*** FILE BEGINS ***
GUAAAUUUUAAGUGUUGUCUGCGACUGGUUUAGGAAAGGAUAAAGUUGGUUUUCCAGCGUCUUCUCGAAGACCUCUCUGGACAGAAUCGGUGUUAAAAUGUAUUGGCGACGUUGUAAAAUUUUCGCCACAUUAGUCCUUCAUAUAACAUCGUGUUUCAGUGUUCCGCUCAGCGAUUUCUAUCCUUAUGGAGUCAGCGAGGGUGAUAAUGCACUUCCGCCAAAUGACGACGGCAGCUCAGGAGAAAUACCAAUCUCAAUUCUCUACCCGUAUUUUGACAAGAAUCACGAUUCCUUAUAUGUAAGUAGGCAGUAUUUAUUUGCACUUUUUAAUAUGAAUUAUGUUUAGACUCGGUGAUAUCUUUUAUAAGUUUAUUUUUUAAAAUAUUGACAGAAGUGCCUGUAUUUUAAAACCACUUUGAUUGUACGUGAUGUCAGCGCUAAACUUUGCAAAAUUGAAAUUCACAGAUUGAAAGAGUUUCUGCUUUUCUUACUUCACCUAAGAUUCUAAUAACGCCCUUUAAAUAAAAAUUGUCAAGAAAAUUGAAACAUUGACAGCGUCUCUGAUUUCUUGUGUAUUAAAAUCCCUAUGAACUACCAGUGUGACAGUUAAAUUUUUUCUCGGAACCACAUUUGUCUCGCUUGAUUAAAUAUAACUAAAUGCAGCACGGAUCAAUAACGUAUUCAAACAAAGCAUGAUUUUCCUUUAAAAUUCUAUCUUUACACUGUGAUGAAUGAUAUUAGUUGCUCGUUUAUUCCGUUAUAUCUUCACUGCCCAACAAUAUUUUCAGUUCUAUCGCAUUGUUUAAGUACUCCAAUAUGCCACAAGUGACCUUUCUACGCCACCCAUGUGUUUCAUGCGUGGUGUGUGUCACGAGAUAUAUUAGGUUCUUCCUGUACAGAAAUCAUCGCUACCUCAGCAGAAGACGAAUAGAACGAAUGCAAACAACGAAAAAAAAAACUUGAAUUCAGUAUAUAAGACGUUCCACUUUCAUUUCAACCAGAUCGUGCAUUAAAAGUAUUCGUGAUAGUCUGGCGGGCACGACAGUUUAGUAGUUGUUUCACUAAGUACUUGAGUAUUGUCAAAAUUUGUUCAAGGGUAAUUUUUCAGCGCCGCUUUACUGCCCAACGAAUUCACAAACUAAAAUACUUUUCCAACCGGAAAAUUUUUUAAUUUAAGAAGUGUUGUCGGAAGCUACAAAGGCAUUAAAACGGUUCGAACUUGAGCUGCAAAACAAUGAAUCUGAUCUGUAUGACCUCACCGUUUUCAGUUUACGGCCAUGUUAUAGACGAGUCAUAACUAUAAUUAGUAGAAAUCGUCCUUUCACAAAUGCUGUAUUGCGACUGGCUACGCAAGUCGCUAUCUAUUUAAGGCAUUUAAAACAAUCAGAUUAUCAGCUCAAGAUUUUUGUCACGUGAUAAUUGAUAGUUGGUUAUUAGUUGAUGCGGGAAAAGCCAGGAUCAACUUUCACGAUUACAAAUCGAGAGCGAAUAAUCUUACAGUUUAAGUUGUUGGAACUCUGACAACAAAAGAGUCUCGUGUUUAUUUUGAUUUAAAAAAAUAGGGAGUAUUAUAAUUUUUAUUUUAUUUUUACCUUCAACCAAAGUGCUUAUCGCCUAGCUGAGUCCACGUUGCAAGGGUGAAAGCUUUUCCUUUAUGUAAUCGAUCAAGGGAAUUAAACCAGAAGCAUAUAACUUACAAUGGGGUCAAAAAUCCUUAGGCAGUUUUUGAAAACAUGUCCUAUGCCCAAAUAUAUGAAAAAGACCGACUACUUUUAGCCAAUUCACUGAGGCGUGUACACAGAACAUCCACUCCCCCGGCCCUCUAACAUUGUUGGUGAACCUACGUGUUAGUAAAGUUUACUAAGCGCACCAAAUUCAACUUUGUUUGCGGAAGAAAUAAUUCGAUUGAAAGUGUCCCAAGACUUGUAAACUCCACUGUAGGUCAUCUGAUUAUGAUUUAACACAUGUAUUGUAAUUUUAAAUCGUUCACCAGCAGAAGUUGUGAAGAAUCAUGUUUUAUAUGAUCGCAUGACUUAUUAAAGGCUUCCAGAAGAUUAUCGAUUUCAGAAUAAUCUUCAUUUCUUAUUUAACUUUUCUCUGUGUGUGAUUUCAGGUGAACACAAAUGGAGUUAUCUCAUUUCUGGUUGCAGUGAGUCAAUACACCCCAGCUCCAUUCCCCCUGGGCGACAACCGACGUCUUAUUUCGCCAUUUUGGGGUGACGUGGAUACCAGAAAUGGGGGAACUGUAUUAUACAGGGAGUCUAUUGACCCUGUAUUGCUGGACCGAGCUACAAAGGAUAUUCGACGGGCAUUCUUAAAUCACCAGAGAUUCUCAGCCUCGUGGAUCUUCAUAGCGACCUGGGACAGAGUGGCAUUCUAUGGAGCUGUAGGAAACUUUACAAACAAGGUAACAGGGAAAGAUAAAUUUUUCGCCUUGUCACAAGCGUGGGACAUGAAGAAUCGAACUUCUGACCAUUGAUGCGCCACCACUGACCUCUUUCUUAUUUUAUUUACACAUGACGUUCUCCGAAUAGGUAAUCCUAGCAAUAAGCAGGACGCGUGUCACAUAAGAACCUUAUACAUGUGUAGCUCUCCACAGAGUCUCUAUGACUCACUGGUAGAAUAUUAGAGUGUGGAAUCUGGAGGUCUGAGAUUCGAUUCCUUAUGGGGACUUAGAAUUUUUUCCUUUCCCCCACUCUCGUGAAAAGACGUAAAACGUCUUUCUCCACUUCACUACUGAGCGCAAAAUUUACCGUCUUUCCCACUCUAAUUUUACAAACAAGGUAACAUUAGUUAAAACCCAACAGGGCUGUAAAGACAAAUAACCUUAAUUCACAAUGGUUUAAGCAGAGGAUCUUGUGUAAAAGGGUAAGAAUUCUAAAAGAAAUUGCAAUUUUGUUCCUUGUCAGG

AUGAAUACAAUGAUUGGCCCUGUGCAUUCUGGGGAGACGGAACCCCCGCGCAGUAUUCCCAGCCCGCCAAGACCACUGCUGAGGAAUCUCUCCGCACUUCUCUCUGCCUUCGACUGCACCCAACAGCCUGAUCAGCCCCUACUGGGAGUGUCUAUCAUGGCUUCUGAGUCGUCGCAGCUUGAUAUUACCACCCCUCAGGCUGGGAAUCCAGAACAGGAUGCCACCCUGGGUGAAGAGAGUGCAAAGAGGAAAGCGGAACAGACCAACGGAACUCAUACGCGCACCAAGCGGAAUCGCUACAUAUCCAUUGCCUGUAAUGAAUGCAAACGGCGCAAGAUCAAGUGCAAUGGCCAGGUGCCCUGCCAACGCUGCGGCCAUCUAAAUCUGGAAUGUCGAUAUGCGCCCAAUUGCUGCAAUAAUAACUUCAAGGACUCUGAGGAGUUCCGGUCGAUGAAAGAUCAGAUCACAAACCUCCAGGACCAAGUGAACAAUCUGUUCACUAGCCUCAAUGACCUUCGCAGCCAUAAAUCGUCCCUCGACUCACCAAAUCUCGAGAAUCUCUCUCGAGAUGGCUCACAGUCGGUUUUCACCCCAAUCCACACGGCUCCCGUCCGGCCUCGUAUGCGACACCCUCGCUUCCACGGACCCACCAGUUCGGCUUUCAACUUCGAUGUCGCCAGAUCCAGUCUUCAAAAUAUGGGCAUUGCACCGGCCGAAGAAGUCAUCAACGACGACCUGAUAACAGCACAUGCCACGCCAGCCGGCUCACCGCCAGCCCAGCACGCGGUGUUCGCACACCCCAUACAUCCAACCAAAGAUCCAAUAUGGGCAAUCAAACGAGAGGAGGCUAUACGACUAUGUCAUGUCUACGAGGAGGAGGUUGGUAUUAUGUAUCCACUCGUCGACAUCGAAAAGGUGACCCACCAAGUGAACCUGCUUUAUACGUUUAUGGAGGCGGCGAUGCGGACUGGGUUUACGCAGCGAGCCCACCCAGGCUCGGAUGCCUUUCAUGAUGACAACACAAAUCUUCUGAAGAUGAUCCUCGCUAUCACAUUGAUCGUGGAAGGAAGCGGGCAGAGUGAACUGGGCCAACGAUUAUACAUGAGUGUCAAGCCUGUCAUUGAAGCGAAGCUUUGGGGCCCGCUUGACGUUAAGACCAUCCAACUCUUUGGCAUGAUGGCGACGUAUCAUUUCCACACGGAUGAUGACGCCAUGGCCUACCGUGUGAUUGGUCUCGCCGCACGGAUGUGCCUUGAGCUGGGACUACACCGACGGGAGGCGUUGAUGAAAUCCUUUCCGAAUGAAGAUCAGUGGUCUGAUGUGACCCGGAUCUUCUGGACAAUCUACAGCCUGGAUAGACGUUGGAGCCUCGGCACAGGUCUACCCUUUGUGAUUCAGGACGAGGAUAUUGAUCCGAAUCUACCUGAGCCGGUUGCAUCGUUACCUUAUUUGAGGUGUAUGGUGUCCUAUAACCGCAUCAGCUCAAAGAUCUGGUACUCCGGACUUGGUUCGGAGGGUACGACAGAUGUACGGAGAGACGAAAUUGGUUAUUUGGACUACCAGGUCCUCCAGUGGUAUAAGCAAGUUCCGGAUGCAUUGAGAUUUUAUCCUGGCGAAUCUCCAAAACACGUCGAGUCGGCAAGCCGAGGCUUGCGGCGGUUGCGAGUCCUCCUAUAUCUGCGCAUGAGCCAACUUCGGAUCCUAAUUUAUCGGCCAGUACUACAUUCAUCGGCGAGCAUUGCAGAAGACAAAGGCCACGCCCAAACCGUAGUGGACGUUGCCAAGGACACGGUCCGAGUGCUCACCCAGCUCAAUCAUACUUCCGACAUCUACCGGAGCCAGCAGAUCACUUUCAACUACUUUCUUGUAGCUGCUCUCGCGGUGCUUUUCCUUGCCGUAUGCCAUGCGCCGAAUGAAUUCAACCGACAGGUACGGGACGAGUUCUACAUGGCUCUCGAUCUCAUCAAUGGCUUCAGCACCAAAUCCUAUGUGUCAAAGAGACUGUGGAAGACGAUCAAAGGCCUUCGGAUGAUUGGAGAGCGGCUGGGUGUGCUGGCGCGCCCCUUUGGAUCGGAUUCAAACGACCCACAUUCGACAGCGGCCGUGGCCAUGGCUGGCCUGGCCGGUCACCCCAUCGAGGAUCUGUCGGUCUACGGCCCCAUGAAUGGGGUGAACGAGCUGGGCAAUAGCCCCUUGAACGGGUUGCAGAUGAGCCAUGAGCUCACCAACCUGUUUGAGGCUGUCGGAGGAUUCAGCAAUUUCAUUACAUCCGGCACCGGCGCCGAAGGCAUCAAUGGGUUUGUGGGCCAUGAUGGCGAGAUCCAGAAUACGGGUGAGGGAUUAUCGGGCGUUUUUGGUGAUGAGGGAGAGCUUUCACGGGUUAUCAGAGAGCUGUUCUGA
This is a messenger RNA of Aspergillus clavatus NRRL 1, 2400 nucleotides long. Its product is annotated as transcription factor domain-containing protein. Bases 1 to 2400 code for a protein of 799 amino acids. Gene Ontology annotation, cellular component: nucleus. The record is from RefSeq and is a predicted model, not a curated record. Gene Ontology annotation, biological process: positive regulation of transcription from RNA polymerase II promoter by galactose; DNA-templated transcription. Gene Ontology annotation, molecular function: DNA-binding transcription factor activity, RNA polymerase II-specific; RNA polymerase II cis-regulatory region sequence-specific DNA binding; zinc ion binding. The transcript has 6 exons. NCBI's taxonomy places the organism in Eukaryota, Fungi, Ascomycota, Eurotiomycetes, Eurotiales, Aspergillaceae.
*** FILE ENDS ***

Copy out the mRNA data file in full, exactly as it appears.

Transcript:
GUAAAUUUUAAGUGUUGUCUGCGACUGGUUUAGGAAAGGAUAAAGUUGGUUUUCCAGCGUCUUCUCGAAGACCUCUCUGGACAGAAUCGGUGUUAAAAUGUAUUGGCGACGUUGUAAAAUUUUCGCCACAUUAGUCCUUCAUAUAACAUCGUGUUUCAGUGUUCCGCUCAGCGAUUUCUAUCCUUAUGGAGUCAGCGAGGGUGAUAAUGCACUUCCGCCAAAUGACGACGGCAGCUCAGGAGAAAUACCAAUCUCAAUUCUCUACCCGUAUUUUGACAAGAAUCACGAUUCCUUAUAUGUAAGUAGGCAGUAUUUAUUUGCACUUUUUAAUAUGAAUUAUGUUUAGACUCGGUGAUAUCUUUUAUAAGUUUAUUUUUUAAAAUAUUGACAGAAGUGCCUGUAUUUUAAAACCACUUUGAUUGUACGUGAUGUCAGCGCUAAACUUUGCAAAAUUGAAAUUCACAGAUUGAAAGAGUUUCUGCUUUUCUUACUUCACCUAAGAUUCUAAUAACGCCCUUUAAAUAAAAAUUGUCAAGAAAAUUGAAACAUUGACAGCGUCUCUGAUUUCUUGUGUAUUAAAAUCCCUAUGAACUACCAGUGUGACAGUUAAAUUUUUUCUCGGAACCACAUUUGUCUCGCUUGAUUAAAUAUAACUAAAUGCAGCACGGAUCAAUAACGUAUUCAAACAAAGCAUGAUUUUCCUUUAAAAUUCUAUCUUUACACUGUGAUGAAUGAUAUUAGUUGCUCGUUUAUUCCGUUAUAUCUUCACUGCCCAACAAUAUUUUCAGUUCUAUCGCAUUGUUUAAGUACUCCAAUAUGCCACAAGUGACCUUUCUACGCCACCCAUGUGUUUCAUGCGUGGUGUGUGUCACGAGAUAUAUUAGGUUCUUCCUGUACAGAAAUCAUCGCUACCUCAGCAGAAGACGAAUAGAACGAAUGCAAACAACGAAAAAAAAAACUUGAAUUCAGUAUAUAAGACGUUCCACUUUCAUUUCAACCAGAUCGUGCAUUAAAAGUAUUCGUGAUAGUCUGGCGGGCACGACAGUUUAGUAGUUGUUUCACUAAGUACUUGAGUAUUGUCAAAAUUUGUUCAAGGGUAAUUUUUCAGCGCCGCUUUACUGCCCAACGAAUUCACAAACUAAAAUACUUUUCCAACCGGAAAAUUUUUUAAUUUAAGAAGUGUUGUCGGAAGCUACAAAGGCAUUAAAACGGUUCGAACUUGAGCUGCAAAACAAUGAAUCUGAUCUGUAUGACCUCACCGUUUUCAGUUUACGGCCAUGUUAUAGACGAGUCAUAACUAUAAUUAGUAGAAAUCGUCCUUUCACAAAUGCUGUAUUGCGACUGGCUACGCAAGUCGCUAUCUAUUUAAGGCAUUUAAAACAAUCAGAUUAUCAGCUCAAGAUUUUUGUCACGUGAUAAUUGAUAGUUGGUUAUUAGUUGAUGCGGGAAAAGCCAGGAUCAACUUUCACGAUUACAAAUCGAGAGCGAAUAAUCUUACAGUUUAAGUUGUUGGAACUCUGACAACAAAAGAGUCUCGUGUUUAUUUUGAUUUAAAAAAAUAGGGAGUAUUAUAAUUUUUAUUUUAUUUUUACCUUCAACCAAAGUGCUUAUCGCCUAGCUGAGUCCACGUUGCAAGGGUGAAAGCUUUUCCUUUAUGUAAUCGAUCAAGGGAAUUAAACCAGAAGCAUAUAACUUACAAUGGGGUCAAAAAUCCUUAGGCAGUUUUUGAAAACAUGUCCUAUGCCCAAAUAUAUGAAAAAGACCGACUACUUUUAGCCAAUUCACUGAGGCGUGUACACAGAACAUCCACUCCCCCGGCCCUCUAACAUUGUUGGUGAACCUACGUGUUAGUAAAGUUUACUAAGCGCACCAAAUUCAACUUUGUUUGCGGAAGAAAUAAUUCGAUUGAAAGUGUCCCAAGACUUGUAAACUCCACUGUAGGUCAUCUGAUUAUGAUUUAACACAUGUAUUGUAAUUUUAAAUCGUUCACCAGCAGAAGUUGUGAAGAAUCAUGUUUUAUAUGAUCGCAUGACUUAUUAAAGGCUUCCAGAAGAUUAUCGAUUUCAGAAUAAUCUUCAUUUCUUAUUUAACUUUUCUCUGUGUGUGAUUUCAGGUGAACACAAAUGGAGUUAUCUCAUUUCUGGUUGCAGUGAGUCAAUACACCCCAGCUCCAUUCCCCCUGGGCGACAACCGACGUCUUAUUUCGCCAUUUUGGGGUGACGUGGAUACCAGAAAUGGGGGAACUGUAUUAUACAGGGAGUCUAUUGACCCUGUAUUGCUGGACCGAGCUACAAAGGAUAUUCGACGGGCAUUCUUAAAUCACCAGAGAUUCUCAGCCUCGUGGAUCUUCAUAGCGACCUGGGACAGAGUGGCAUUCUAUGGAGCUGUAGGAAACUUUACAAACAAGGUAACAGGGAAAGAUAAAUUUUUCGCCUUGUCACAAGCGUGGGACAUGAAGAAUCGAACUUCUGACCAUUGAUGCGCCACCACUGACCUCUUUCUUAUUUUAUUUACACAUGACGUUCUCCGAAUAGGUAAUCCUAGCAAUAAGCAGGACGCGUGUCACAUAAGAACCUUAUACAUGUGUAGCUCUCCACAGAGUCUCUAUGACUCACUGGUAGAAUAUUAGAGUGUGGAAUCUGGAGGUCUGAGAUUCGAUUCCUUAUGGGGACUUAGAAUUUUUUCCUUUCCCCCACUCUCGUGAAAAGACGUAAAACGUCUUUCUCCACUUCACUACUGAGCGCAAAAUUUACCGUCUUUCCCACUCUAAUUUUACAAACAAGGUAACAUUAGUUAAAACCCAACAGGGCUGUAAAGACAAAUAACCUUAAUUCACAAUGGUUUAAGCAGAGGAUCUUGUGUAAAAGGGUAAGAAUUCUAAAAGAAAUUGCAAUUUUGUUCCUUGUCAGG

AUGAAUACAAUGAUUGGCCCUGUGCAUUCUGGGGAGACGGAACCCCCGCGCAGUAUUCCCAGCCCGCCAAGACCACUGCUGAGGAAUCUCUCCGCACUUCUCUCUGCCUUCGACUGCACCCAACAGCCUGAUCAGCCCCUACUGGGAGUGUCUAUCAUGGCUUCUGAGUCGUCGCAGCUUGAUAUUACCACCCCUCAGGCUGGGAAUCCAGAACAGGAUGCCACCCUGGGUGAAGAGAGUGCAAAGAGGAAAGCGGAACAGACCAACGGAACUCAUACGCGCACCAAGCGGAAUCGCUACAUAUCCAUUGCCUGUAAUGAAUGCAAACGGCGCAAGAUCAAGUGCAAUGGCCAGGUGCCCUGCCAACGCUGCGGCCAUCUAAAUCUGGAAUGUCGAUAUGCGCCCAAUUGCUGCAAUAAUAACUUCAAGGACUCUGAGGAGUUCCGGUCGAUGAAAGAUCAGAUCACAAACCUCCAGGACCAAGUGAACAAUCUGUUCACUAGCCUCAAUGACCUUCGCAGCCAUAAAUCGUCCCUCGACUCACCAAAUCUCGAGAAUCUCUCUCGAGAUGGCUCACAGUCGGUUUUCACCCCAAUCCACACGGCUCCCGUCCGGCCUCGUAUGCGACACCCUCGCUUCCACGGACCCACCAGUUCGGCUUUCAACUUCGAUGUCGCCAGAUCCAGUCUUCAAAAUAUGGGCAUUGCACCGGCCGAAGAAGUCAUCAACGACGACCUGAUAACAGCACAUGCCACGCCAGCCGGCUCACCGCCAGCCCAGCACGCGGUGUUCGCACACCCCAUACAUCCAACCAAAGAUCCAAUAUGGGCAAUCAAACGAGAGGAGGCUAUACGACUAUGUCAUGUCUACGAGGAGGAGGUUGGUAUUAUGUAUCCACUCGUCGACAUCGAAAAGGUGACCCACCAAGUGAACCUGCUUUAUACGUUUAUGGAGGCGGCGAUGCGGACUGGGUUUACGCAGCGAGCCCACCCAGGCUCGGAUGCCUUUCAUGAUGACAACACAAAUCUUCUGAAGAUGAUCCUCGCUAUCACAUUGAUCGUGGAAGGAAGCGGGCAGAGUGAACUGGGCCAACGAUUAUACAUGAGUGUCAAGCCUGUCAUUGAAGCGAAGCUUUGGGGCCCGCUUGACGUUAAGACCAUCCAACUCUUUGGCAUGAUGGCGACGUAUCAUUUCCACACGGAUGAUGACGCCAUGGCCUACCGUGUGAUUGGUCUCGCCGCACGGAUGUGCCUUGAGCUGGGACUACACCGACGGGAGGCGUUGAUGAAAUCCUUUCCGAAUGAAGAUCAGUGGUCUGAUGUGACCCGGAUCUUCUGGACAAUCUACAGCCUGGAUAGACGUUGGAGCCUCGGCACAGGUCUACCCUUUGUGAUUCAGGACGAGGAUAUUGAUCCGAAUCUACCUGAGCCGGUUGCAUCGUUACCUUAUUUGAGGUGUAUGGUGUCCUAUAACCGCAUCAGCUCAAAGAUCUGGUACUCCGGACUUGGUUCGGAGGGUACGACAGAUGUACGGAGAGACGAAAUUGGUUAUUUGGACUACCAGGUCCUCCAGUGGUAUAAGCAAGUUCCGGAUGCAUUGAGAUUUUAUCCUGGCGAAUCUCCAAAACACGUCGAGUCGGCAAGCCGAGGCUUGCGGCGGUUGCGAGUCCUCCUAUAUCUGCGCAUGAGCCAACUUCGGAUCCUAAUUUAUCGGCCAGUACUACAUUCAUCGGCGAGCAUUGCAGAAGACAAAGGCCACGCCCAAACCGUAGUGGACGUUGCCAAGGACACGGUCCGAGUGCUCACCCAGCUCAAUCAUACUUCCGACAUCUACCGGAGCCAGCAGAUCACUUUCAACUACUUUCUUGUAGCUGCUCUCGCGGUGCUUUUCCUUGCCGUAUGCCAUGCGCCGAAUGAAUUCAACCGACAGGUACGGGACGAGUUCUACAUGGCUCUCGAUCUCAUCAAUGGCUUCAGCACCAAAUCCUAUGUGUCAAAGAGACUGUGGAAGACGAUCAAAGGCCUUCGGAUGAUUGGAGAGCGGCUGGGUGUGCUGGCGCGCCCCUUUGGAUCGGAUUCAAACGACCCACAUUCGACAGCGGCCGUGGCCAUGGCUGGCCUGGCCGGUCACCCCAUCGAGGAUCUGUCGGUCUACGGCCCCAUGAAUGGGGUGAACGAGCUGGGCAAUAGCCCCUUGAACGGGUUGCAGAUGAGCCAUGAGCUCACCAACCUGUUUGAGGCUGUCGGAGGAUUCAGCAAUUUCAUUACAUCCGGCACCGGCGCCGAAGGCAUCAAUGGGUUUGUGGGCCAUGAUGGCGAGAUCCAGAAUACGGGUGAGGGAUUAUCGGGCGUUUUUGGUGAUGAGGGAGAGCUUUCACGGGUUAUCAGAGAGCUGUUCUGA
This is a messenger RNA of Aspergillus clavatus NRRL 1, 2400 nucleotides long. Its product is annotated as transcription factor domain-containing protein. Bases 1 to 2400 code for a protein of 799 amino acids. Gene Ontology annotation, cellular component: nucleus. The record is from RefSeq and is a predicted model, not a curated record. Gene Ontology annotation, biological process: positive regulation of transcription from RNA polymerase II promoter by galactose; DNA-templated transcription. Gene Ontology annotation, molecular function: DNA-binding transcription factor activity, RNA polymerase II-specific; RNA polymerase II cis-regulatory region sequence-specific DNA binding; zinc ion binding. The transcript has 6 exons. NCBI's taxonomy places the organism in Eukaryota, Fungi, Ascomycota, Eurotiomycetes, Eurotiales, Aspergillaceae.